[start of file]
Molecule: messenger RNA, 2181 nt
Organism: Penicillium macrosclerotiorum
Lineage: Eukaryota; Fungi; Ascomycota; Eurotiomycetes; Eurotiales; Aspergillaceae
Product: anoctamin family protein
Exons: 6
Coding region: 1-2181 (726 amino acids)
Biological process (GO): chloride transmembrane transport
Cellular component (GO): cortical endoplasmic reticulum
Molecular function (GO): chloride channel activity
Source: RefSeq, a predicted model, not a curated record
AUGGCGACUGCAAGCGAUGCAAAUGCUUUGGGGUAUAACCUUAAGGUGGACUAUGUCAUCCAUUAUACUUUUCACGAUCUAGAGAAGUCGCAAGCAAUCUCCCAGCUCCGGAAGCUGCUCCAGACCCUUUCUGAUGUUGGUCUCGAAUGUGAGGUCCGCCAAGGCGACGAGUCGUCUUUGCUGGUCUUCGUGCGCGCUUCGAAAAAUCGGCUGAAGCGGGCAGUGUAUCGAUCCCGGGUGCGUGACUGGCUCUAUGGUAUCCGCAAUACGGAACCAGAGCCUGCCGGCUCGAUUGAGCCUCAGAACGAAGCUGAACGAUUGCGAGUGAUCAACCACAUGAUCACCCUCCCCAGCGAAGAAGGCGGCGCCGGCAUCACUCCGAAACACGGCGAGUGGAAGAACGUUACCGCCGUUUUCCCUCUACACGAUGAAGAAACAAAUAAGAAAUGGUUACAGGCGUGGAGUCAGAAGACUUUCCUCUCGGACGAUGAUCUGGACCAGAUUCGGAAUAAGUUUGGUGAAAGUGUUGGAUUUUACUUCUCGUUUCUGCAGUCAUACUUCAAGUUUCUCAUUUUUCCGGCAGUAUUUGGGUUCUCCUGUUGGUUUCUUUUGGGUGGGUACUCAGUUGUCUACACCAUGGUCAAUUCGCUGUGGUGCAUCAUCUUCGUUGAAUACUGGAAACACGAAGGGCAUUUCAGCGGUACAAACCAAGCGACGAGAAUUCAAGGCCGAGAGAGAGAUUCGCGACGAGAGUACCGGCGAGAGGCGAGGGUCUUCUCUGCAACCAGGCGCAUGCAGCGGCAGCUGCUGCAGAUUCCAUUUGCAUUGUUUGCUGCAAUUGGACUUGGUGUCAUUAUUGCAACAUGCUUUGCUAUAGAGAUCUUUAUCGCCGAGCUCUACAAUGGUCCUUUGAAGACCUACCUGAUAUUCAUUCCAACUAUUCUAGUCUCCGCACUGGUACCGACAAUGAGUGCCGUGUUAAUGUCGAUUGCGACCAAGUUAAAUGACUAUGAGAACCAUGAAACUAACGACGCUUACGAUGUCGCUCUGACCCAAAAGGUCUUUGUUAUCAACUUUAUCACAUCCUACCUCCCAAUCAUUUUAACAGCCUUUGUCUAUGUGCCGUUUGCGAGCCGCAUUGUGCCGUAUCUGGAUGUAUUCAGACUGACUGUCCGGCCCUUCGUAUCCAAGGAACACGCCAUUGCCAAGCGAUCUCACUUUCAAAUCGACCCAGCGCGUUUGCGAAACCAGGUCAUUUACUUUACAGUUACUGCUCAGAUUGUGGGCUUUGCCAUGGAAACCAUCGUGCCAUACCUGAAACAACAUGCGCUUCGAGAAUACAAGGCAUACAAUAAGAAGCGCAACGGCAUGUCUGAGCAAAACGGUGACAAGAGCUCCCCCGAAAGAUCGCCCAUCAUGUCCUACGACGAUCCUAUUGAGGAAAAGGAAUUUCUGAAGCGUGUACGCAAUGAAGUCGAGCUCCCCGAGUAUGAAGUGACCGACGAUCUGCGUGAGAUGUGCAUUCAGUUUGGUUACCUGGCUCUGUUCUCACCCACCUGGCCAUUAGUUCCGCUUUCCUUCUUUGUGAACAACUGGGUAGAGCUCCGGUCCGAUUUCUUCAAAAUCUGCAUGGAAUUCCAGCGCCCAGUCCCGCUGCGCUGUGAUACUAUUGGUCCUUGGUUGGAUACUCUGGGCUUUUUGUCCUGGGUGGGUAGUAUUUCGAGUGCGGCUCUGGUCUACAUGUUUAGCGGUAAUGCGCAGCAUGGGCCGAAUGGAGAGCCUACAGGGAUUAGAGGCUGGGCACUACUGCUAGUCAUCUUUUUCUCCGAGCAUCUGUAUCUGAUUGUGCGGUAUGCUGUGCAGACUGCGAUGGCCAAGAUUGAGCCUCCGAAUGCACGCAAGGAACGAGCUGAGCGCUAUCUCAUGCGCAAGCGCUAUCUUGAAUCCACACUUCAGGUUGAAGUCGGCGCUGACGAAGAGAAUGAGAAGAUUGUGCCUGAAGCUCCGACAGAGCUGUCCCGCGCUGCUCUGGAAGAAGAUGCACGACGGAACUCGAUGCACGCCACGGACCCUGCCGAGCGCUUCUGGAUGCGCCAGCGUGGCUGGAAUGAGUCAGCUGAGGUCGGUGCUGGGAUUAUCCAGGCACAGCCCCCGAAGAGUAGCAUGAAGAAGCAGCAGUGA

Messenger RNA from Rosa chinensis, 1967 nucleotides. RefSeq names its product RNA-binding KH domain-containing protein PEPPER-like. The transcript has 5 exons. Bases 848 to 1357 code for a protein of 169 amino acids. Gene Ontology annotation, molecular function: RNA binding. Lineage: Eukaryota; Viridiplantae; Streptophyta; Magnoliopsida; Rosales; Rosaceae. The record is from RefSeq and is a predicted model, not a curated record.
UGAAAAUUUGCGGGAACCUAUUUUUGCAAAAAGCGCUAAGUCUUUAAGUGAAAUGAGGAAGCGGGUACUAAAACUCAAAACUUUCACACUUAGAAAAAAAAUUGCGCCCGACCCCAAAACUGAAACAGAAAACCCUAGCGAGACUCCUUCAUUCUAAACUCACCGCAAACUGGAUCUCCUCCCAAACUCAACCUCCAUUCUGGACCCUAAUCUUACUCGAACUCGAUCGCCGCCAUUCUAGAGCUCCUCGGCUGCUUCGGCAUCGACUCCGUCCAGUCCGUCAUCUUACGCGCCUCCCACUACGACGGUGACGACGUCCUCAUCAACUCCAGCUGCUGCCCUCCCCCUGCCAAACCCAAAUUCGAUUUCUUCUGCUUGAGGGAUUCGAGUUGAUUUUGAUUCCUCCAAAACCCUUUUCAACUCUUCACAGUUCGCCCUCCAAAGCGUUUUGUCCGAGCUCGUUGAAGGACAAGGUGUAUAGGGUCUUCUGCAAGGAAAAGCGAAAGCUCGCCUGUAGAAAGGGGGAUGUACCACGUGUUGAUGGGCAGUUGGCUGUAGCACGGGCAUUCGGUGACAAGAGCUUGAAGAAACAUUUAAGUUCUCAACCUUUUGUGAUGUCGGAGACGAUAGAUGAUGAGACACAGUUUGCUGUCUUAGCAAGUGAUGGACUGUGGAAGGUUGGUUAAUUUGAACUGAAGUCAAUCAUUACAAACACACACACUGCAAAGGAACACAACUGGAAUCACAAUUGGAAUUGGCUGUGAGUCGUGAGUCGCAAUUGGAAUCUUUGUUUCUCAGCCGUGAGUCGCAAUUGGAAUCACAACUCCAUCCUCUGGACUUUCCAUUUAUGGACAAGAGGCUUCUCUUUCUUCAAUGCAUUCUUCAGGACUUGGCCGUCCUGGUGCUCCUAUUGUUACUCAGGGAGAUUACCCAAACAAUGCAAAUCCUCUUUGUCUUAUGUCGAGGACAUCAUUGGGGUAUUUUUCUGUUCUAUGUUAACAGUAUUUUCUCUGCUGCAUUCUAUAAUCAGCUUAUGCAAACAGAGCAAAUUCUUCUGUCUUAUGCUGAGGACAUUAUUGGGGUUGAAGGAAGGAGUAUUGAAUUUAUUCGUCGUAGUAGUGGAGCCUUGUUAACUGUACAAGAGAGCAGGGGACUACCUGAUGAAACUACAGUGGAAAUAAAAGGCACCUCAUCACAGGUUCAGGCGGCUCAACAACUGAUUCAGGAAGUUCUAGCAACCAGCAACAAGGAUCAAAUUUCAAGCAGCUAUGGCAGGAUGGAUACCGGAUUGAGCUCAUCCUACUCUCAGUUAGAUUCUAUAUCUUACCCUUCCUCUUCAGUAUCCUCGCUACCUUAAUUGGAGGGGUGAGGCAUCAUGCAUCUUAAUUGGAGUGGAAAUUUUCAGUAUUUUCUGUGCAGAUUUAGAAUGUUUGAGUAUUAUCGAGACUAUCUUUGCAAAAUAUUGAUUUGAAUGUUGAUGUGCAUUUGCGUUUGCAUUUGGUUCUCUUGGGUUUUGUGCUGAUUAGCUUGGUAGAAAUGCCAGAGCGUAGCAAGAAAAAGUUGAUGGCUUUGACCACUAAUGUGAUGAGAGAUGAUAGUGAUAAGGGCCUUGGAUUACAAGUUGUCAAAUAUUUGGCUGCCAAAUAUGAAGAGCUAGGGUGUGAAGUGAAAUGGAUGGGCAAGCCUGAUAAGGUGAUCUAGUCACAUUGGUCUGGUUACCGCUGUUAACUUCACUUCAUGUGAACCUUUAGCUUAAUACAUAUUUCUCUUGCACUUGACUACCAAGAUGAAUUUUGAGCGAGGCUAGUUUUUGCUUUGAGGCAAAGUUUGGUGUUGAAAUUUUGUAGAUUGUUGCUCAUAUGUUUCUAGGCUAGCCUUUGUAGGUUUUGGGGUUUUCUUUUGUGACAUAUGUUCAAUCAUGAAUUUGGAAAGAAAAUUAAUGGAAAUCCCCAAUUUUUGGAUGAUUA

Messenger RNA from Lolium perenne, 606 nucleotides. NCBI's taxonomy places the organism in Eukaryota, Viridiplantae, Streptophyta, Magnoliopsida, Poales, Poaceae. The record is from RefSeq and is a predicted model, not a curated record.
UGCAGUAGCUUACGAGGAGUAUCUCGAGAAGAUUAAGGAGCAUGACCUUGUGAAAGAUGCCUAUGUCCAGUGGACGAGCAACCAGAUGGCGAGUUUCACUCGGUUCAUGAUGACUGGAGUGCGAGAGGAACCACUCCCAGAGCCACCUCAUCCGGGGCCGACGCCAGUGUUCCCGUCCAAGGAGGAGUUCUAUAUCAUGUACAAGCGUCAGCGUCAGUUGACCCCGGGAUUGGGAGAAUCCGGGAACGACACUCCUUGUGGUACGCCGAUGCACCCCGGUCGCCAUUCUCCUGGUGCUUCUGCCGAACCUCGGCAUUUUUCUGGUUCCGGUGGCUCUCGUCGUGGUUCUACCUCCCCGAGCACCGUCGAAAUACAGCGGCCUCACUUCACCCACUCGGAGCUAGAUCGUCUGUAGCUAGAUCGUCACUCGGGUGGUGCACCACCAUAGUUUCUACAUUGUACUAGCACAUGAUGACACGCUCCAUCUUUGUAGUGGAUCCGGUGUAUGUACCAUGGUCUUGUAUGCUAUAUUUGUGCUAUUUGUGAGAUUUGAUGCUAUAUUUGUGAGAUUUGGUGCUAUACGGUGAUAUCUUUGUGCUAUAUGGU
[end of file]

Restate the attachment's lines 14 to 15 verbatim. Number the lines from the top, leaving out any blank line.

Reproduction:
Messenger RNA from Lolium perenne, 606 nucleotides. NCBI's taxonomy places the organism in Eukaryota, Viridiplantae, Streptophyta, Magnoliopsida, Poales, Poaceae. The record is from RefSeq and is a predicted model, not a curated record.
UGCAGUAGCUUACGAGGAGUAUCUCGAGAAGAUUAAGGAGCAUGACCUUGUGAAAGAUGCCUAUGUCCAGUGGACGAGCAACCAGAUGGCGAGUUUCACUCGGUUCAUGAUGACUGGAGUGCGAGAGGAACCACUCCCAGAGCCACCUCAUCCGGGGCCGACGCCAGUGUUCCCGUCCAAGGAGGAGUUCUAUAUCAUGUACAAGCGUCAGCGUCAGUUGACCCCGGGAUUGGGAGAAUCCGGGAACGACACUCCUUGUGGUACGCCGAUGCACCCCGGUCGCCAUUCUCCUGGUGCUUCUGCCGAACCUCGGCAUUUUUCUGGUUCCGGUGGCUCUCGUCGUGGUUCUACCUCCCCGAGCACCGUCGAAAUACAGCGGCCUCACUUCACCCACUCGGAGCUAGAUCGUCUGUAGCUAGAUCGUCACUCGGGUGGUGCACCACCAUAGUUUCUACAUUGUACUAGCACAUGAUGACACGCUCCAUCUUUGUAGUGGAUCCGGUGUAUGUACCAUGGUCUUGUAUGCUAUAUUUGUGCUAUUUGUGAGAUUUGAUGCUAUAUUUGUGAGAUUUGGUGCUAUACGGUGAUAUCUUUGUGCUAUAUGGU